Sotheby’s Provenance Disputed in Claim by Heirs for Art Lost in Nazi Era
In 2019, Sotheby’s sold the following works: Giovanni Battista TiepoloA master painter left in Austria when his Jewish gallery owner fled the Nazis in 1938. According to Sotheby’s, it was from a “notable private collection” that was formerly in Bensheim, Germany, and the only mention in the auction catalog was that it had come, as the history was unknown at the time of the sale. It was owned by a gallery Wolfgang Boehler.
However, according to court papers filed on Friday, the painting actually fell into the hands of another unrelated art dealer in Munich, Julius Boehler, who, in 1946, was declared a “looter of art” by American authorities. He said he was a person who was involved in the activity.
Three heirs to Jewish gallery owner Otto Fröhlich now say in court papers that Sotheby’s “misled the public” by attributing the painting to the wrong gallery. This facilitated the sale and had the effect of “perpetuating the very cycle of injustice and exploitation that began in 1938 and that international and domestic reparation laws and policies were designed to prevent,” heirs said. said.
Sotheby’s responded by claiming the 2019 catalog’s attribution was the result of “human error.” In a statement, the auctioneer said it conducted a new investigation after initial interviews with the heirs and found that the owner before Fröhlich had been persecuted by the Nazis and that heirs may have grounds for claims. He said he knew something.
“Sotheby’s remains committed to a fair and amicable settlement to return the work to its rightful heirs, but further investigation will be required to ascertain who the correct claimant in this case is. and evidence is needed, and current evidence supports a possible claim by Sotheby’s,” heir to Adele Fischel. ”
Mr. Fröhlich purchased the Tiepolo from Mr. Fischel in 1938. Mr. Fischel is listed in court documents as his cousin. Records kept by the US Holocaust Memorial Museum show that a woman from Vienna with the same name was deported from Austria and then murdered in the Theresienstadt camp. A representative for the Fröhlich heirs said the sale of Fischel to his cousin was a mutually beneficial deal between “honest” families.
In a petition filed in Manhattan’s Supreme Court, Fröhlich’s heirs did not say that Tiepolo was looted, but if it weren’t for the fact of Nazi persecution, the gallery owner would have left Tiepolo. He claims that he was forced to do so. Their petition asked the court to order Sotheby’s to disclose the identities of the painting’s seller and buyer so that a claim could be filed.
According to the heirs, Tiepolo’s painting “Paola Francis with Rosary, Book and Staff” was handed over to another gallery when Mr. Fröhlich fled from Vienna to England. The saint is depicted as a hooded, bearded figure whose price is estimated at $70,000 to $100,000 in a 2019 Sotheby’s catalog.
Sotheby’s list also cites a catalog raisonné of Tiepolo’s work published in 1962, and according to the heir’s petition, it was once this man, not Wolfgang Boehler, who is listed in Sotheby’s provenance. Julius Boehler of Munich has been correctly identified as the person who worked on the painting.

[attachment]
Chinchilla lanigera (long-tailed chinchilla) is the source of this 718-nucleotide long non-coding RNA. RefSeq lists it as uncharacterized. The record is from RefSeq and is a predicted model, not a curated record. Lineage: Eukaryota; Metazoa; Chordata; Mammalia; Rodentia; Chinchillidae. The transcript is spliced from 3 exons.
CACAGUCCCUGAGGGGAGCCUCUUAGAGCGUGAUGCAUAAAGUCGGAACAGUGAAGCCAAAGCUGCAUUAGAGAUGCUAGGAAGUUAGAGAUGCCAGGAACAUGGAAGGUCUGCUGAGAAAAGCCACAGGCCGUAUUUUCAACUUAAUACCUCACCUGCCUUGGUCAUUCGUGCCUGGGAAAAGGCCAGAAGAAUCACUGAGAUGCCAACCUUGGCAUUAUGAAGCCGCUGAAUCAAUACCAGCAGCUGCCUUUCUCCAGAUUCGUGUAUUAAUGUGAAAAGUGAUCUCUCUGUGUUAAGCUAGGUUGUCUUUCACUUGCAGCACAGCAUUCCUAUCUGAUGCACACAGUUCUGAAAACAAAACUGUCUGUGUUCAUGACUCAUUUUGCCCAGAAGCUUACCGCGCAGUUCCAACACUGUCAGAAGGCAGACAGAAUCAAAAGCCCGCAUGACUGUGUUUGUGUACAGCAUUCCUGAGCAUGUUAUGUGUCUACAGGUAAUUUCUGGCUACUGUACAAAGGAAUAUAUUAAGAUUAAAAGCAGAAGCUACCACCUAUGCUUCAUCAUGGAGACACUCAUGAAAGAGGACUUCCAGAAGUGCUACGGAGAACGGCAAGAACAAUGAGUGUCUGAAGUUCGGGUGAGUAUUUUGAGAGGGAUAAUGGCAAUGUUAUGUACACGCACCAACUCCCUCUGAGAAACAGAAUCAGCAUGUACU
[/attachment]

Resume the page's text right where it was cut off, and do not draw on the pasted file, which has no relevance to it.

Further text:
Wolfgang Boehler’s son, Florian, said in a telephone interview that his father never sold or owned any of Tiepolo’s paintings and that his father’s gallery is separate from other art businesses named Boehler, including a gallery in Munich. said it was irrelevant.
Julius Boehler’s name appeared several times in a 1946 report by the Art Looting Investigation Unit, a group set up by the U.S. government to investigate the looting and confiscation of art in Europe during World War II. or appear. He cited Julius Boehler as one of those involved in the looting of art, and called him a “powerful Nazi.”
Fröhlich moved to London in 1938. In this year, the Nazis made it mandatory for German and Austrian Jews to register their property and assets. Near the end of 1938, according to court papers, Fröhlich moved Tiepolo’s paintings to the Galerie St. Lucas in Vienna for safekeeping.
Documents compiled by Mondex, which is working with the Fröhlich heirs to seek its return, seek to trace the history of the painting. One of them was when Robert Herzig, owner of Gallery Sankt Lucas, sold Tiepolo and other works in 1941 to cover personal debts that Fröhlich claimed owed to his business. It indicates that you have obtained official permission.
But the petition claims the painting was sold well below market value and that Tiepolo only changed ownership as part of a “forced sale,” even if there were outstanding debts. Fröhlich’s heirs argue that had it not been for Nazi persecution, Fröhlich would not have been forced to close his gallery or leave Austria, and would have been able to pay off his debts without necessarily selling Tiepolo’s paintings.
Documents put together by Fröhlich’s heirs do not contain details about Julius Boehler’s role in disposing of the Tiepolo. However, they indicate that after the war, Fröhlich attempted to reclaim some works of art, including the painting.
Fröhlich’s heirs said they learned of Tiepolo’s whereabouts only after it was sold in 2019, according to a petition seeking the identities of the parties involved in the sale. Auction companies typically do not disclose the name of the shipper or buyer, but Sotheby’s has compelled to do so because that information is essential to future legal efforts to recover the painting. The heirs argue.